Well, not entirely. Mt. Gox, the biggest exchange handling the virtual currency bitcoins shut down operations Tuesday (that was yesterday, wasn't it?), stranding -- a lot -- of assets locked up as bitcoin deposits in the exchange.
So, what's a virtual currency, anyway? How's it different from the dollars, euros, and yen that are supposedly not virtual? Are those government-backed currencies somehow more "real" than bitcoins? What about the recent noise about how bitcoins represent the future of digital currency?
First of all, we need to think about what currency is in the first place. Then, we can think about virtual currency. Then, we can finally get to the future of digital currency.
Currency is another word for money, and money is fictional to begin with. In the real world, folks trade stuff. In the absence of money, folks trade stuff they have for stuff other folks have that they want. That's called barter. The problem is that to barter what you have for something you'd rather have, you have to find somebody that has what you want, while wanting what you have -- right now! It can be a pain in the butt.
Money makes things more convenient by designating certain stuff as being so commonly desireable that you can trade it to just about anybody for just about anything at just about any time. Gold, for instance. It used to be that if you had gold laying around, you were always able to find somebody to accept enough of it in trade for just about anything else.
That was in olden times when we still used gold for currency. It doesn't work that way anymore, 'cause we don't.
Eggs and milk, on the other hand, are pretty universally desireable, but never worked well as currency because if you try to trade, say, eggs for, say, an office building, you'd need a lot of eggs, so by the time you get 'em all together they'd start to rot. You'd also need a big fleet of trucks to deliver them to whoever has the office building you want to barter for. And, anyone with an office building is unlikely to want that many eggs all at once. To be useful for currency, the stuff has to be compact, portable and reasonably physically stable over time. Gold fulfills those criteria a lot better than eggs.
Note that "of high intrinsic value" is not among the criteria. Gold is, by itself, almost worthless. As a metal, its crappy. By almost any standard, any job you want a metal to do can be done better by something else. As currency, however, it does pretty well.
Before computers, the very best stuff to use for currency was little pieces of paper. In a little tin box on my bureau, I've got pieces of paper representing 35 Dutch guilders, 50 German marks, and 20 euros left over from various trips to Europe. Are those currency? Not around here! If I take them to the local Publix supermarket, there's a good chance I won't come home with any bananas.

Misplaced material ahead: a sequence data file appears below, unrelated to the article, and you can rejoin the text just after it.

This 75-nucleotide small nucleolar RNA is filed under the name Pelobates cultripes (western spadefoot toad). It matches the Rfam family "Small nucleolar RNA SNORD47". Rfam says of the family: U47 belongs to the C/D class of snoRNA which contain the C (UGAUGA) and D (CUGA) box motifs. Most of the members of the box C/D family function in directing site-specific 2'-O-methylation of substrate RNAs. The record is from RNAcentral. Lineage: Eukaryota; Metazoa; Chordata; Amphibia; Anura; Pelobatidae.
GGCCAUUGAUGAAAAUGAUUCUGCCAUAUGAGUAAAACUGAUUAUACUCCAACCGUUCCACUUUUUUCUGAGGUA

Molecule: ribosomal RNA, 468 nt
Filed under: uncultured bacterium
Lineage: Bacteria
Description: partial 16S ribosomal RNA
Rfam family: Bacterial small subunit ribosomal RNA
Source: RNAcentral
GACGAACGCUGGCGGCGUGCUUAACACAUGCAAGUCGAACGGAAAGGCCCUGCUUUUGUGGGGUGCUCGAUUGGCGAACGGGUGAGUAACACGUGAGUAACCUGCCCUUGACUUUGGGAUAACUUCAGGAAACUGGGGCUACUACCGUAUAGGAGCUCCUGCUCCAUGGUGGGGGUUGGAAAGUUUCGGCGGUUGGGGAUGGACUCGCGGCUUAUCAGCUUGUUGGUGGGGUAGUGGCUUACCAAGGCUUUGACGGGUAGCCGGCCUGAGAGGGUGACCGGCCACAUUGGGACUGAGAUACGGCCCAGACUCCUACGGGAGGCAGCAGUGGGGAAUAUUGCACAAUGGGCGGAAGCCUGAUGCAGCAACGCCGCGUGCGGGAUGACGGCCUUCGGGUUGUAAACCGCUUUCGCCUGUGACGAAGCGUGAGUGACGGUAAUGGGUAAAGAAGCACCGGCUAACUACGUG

I've got a $10 bill in my back pocket, however, that has "THIS NOTE IS LEGAL TENDER FOR ALL DEBTS, PUBLIC AND PRIVATE" printed on it. Assuming the bill is not counterfeit, that's a promise by the U.S. government that if I take it down to the Publix market to exchange for bananas, and the checkout clerk refuses to accept it, Uncle Sam will be on my side wanting to know why.
My expatriate European currency, however, carries a similar promise from their governments that they'll stand with me, too. They do that by making agreements with the U.S. Federal Reserve to exchange my marks, guilders, or euros for pieces of paper that are legal tender here at home. All I have to do is take them to the right bank, and I'll come home with an equivalent amount of dollars, which I can exchange for bananas at Publix.
All that brings us around to what's virtual about bitcoins. If I take a bitcoin to Publix, and they refuse to barter it for a bunch of bananas, there's nobody standing on my side asking "why." I'd be on my own, with no recourse to anyone able to enforce anything. That's the situation Mt. Gox depositors find themselves in. The exchange stopped making transactions, so nobody gets anything back. If they complain to the U.S. Federal Reserve, the Fed will just say "tough titty toenails."
The future of digital currency is nonexistent unless the U.S. Federal Reserve -- or somebody with equivalent you'd-better-do-it-our-way power -- stands behind it. What are the odds of that happening? Nil.
The reason the odds are nil is that the U.S. Federal Reserve already has a digital currency it stands behind: the U.S. dollar. The entire U.S. economy already runs on digital dollars, anyway.
So, if you want to see the future of digital currency, go online to check the balance (in dollars) in your bank account.